From Wikipedia, the free encyclopedia
Arcade flyer
Composer(s)Norio Hanzawa
Platform(s)Arcade, MSX2, NEC PC-9801, X68000, Famicom, Game Boy, Mobile phone
  • JP: March 9, 1990
Game Boy
  • JP: March 16, 1990
  • NA: December 1990
  • JP: April 13, 1990
i-mode phones
  • JP: June 19, 2006
Virtual Console
Wii (MSX)
  • JP: February 2, 2010
Nintendo 3DS (Game Boy)
  • JP: February 22, 2012
  • NA: September 27, 2012
Wii U (MSX)
  • JP: April 23, 2014
PS4 & Nintendo Switch (Arcade)
  • WW: January 21, 2021
Genre(s)Puzzle game/Shoot 'em up

Quarth (クォース, Kwōsu), known as Block Hole outside Japan, is a hybrid puzzle/shoot 'em up game developed by Konami which was released in 1989 as an arcade game. Besides the arcade version, there were also ports of the game to the MSX2 (with a built-in SCC chip), Famicom, and Game Boy—home releases used the Quarth name worldwide (with the exception of the Game Boy Color release in Europe of Konami GB Collection Vol. 2, where the game was renamed to the generic title Block Game for unknown reasons).

Quarth was released on the Konami Net i-mode service as Block Quarth, with an updated Block Quarth DX in 2001. It was released without the "DX" suffix in 2005 and was made globally available through Konami Net licensing on many i-mode services offered by mobile operators. In Europe, for example, it was available from O2 UK, O2 Ireland, and Telefónica Spain.

In 2005, Konami also included the game in the Nintendo DS title Ganbare Goemon: Tōkaidōchū Ōedo Tengurikaeshi no Maki. An emulated version of the game was released in 2006 for PlayStation 2 in Japan as part of the Oretachi Geasen Zoku Sono series.


Quarth on the MSX

Quarth is a combination of Tetris-style gameplay and a fixed shooter in the Space Invaders tradition. The player's focus is on falling blocks, and the action is geometrical. Rather than arranging the blocks together to make a row of disappearing blocks, a spaceship positioned at the bottom of the screen shoots blocks upwards to make the falling block pattern into squares or rectangles. Once the blocks have been arranged properly, the shape is destroyed and the player is awarded points based on the shape's size. The blocks continue to drop from the top of the screen in various incomplete shapes. As each level progresses, the blocks drop at greater speed and frequency. There are also various power-ups which could be located to increase your ship's speed, among other bonuses.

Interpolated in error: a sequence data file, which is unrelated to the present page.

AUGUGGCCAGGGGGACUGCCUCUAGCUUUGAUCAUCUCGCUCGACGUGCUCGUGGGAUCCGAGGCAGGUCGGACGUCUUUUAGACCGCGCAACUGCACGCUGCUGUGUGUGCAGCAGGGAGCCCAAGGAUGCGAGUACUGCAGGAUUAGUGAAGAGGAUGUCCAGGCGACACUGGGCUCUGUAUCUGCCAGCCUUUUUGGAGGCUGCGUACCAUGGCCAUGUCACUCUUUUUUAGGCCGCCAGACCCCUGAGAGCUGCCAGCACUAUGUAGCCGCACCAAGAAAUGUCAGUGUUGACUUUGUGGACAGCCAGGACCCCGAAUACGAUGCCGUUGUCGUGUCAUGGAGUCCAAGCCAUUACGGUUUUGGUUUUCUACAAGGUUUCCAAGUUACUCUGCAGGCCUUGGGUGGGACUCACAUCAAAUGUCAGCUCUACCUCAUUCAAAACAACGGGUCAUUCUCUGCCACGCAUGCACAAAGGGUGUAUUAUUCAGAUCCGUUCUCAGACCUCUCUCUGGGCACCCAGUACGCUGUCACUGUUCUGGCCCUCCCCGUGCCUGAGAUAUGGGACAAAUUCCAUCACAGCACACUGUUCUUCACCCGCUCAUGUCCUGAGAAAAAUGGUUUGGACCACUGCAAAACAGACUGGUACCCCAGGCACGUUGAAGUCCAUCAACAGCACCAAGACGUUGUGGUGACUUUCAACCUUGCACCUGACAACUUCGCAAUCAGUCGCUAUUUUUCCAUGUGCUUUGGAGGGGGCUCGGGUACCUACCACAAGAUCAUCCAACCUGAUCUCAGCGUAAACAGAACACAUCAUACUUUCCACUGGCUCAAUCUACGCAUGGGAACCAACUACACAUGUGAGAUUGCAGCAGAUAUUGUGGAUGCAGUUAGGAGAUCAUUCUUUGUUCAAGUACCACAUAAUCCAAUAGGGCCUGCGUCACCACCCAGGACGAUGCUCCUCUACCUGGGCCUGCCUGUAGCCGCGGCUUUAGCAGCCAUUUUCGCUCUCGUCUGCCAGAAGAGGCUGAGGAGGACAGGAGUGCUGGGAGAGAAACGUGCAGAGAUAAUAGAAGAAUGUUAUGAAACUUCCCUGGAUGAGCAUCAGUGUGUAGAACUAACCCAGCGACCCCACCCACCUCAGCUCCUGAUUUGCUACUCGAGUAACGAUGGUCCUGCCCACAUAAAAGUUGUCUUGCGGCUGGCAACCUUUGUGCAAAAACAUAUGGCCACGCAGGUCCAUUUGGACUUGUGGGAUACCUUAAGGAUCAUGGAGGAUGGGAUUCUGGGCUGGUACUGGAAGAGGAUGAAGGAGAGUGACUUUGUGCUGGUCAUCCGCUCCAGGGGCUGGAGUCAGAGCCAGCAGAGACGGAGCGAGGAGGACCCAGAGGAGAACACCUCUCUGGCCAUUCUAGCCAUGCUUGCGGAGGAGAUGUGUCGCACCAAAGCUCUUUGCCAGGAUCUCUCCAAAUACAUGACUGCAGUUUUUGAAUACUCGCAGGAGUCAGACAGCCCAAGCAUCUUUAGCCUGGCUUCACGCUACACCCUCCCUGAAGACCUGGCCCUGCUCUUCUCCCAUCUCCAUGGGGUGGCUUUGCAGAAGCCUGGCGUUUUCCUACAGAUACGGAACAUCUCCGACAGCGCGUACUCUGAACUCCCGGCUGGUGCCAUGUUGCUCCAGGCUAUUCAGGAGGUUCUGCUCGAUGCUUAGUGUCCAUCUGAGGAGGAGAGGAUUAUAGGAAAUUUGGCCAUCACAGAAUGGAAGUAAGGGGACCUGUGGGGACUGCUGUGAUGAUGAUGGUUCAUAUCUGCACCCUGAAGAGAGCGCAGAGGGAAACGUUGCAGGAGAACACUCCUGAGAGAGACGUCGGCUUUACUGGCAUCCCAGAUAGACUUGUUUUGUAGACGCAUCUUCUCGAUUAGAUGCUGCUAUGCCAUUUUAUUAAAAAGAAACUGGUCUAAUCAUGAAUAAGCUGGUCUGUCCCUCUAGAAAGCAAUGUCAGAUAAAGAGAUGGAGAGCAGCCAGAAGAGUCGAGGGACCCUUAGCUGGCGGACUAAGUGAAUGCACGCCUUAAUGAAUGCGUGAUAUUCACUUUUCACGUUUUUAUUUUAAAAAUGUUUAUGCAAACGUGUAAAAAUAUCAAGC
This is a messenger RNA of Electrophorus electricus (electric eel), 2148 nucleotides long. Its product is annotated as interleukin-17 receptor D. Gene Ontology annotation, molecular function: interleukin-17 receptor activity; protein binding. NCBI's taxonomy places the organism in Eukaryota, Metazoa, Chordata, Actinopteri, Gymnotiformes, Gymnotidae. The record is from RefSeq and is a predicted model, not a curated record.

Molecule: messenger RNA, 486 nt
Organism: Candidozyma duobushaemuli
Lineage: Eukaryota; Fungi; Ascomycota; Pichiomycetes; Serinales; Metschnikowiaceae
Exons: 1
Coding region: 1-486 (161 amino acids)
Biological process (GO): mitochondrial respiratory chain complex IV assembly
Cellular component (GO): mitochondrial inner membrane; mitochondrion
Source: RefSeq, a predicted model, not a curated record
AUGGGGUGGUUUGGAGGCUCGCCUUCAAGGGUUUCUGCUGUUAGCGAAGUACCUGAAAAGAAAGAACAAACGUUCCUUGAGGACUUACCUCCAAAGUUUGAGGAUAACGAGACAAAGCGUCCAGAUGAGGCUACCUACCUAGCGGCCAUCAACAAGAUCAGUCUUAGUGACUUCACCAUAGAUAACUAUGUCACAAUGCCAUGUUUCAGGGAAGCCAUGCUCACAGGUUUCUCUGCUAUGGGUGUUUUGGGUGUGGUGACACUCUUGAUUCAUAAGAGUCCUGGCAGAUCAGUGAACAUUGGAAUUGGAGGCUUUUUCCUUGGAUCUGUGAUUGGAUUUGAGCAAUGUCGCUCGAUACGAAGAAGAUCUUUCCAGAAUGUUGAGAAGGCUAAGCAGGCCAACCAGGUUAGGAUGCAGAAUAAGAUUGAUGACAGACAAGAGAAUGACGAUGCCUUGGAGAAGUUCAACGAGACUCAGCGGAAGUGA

The game continues until the blocks reach the dotted line at the bottom of the screen, whereupon the player's ship is "player's ship is "quarthed", crushed flat.


The Arcade, MSX2, and Famicom versions had two different 2-player modes: a split-screen mode with Player 1 on the left and Player 2 on the right, and a cooperative mode where both players shared the same screen.

For the Game Boy, multiplayer requires the Game Boy Link Cable with each player able to view only their fields on their own Game Boys.



  • In addition, disc 14 of Konami Music Masterpiece Collection, which was released on October 1, 2004, is mostly devoted to Quarth.
  • The game soundtrack of Quarth Soundtracks (クォース) was released on May 30, 2014, by EGG MUSIC and Konami Kukeiha Club and composed by Norio Hanzawa, exclusively in Japan.


  • Quarth is one of the video games featured in the manga titled Rock'n Game Boy, by Shigeto Ikehara and Published by Comic BomBom October 1989 to December 1991.


In Japan, Game Machine listed Quarth on their December 1, 1989 issue as being the third most-successful table arcade unit of the month.[3] Block Hole was a hit overseas in Europe, particularly the United Kingdom and Italy.[4]

It has been generally acclaimed by many online reviewers, though Nintendo Life gave the Game Boy port on the 3DS Virtual Console a 6/10.


  1. ^ "Block Hole (Registration Number PA0000441885)". United States Copyright Office. Retrieved 20 September 2021.
  2. ^ "Quarth". Media Arts Database. Agency for Cultural Affairs. Retrieved 20 September 2021.
  3. ^ "Game Machine's Best Hit Games 25 - テーブル型TVゲーム機 (Table Videos)". Game Machine (in Japanese). No. 369. Amusement Press, Inc. 1 December 1989. p. 29.
  4. ^ "International News: London Preview". RePlay. Vol. 15, no. 4. January 1990. pp. 140, 142.

External links[edit]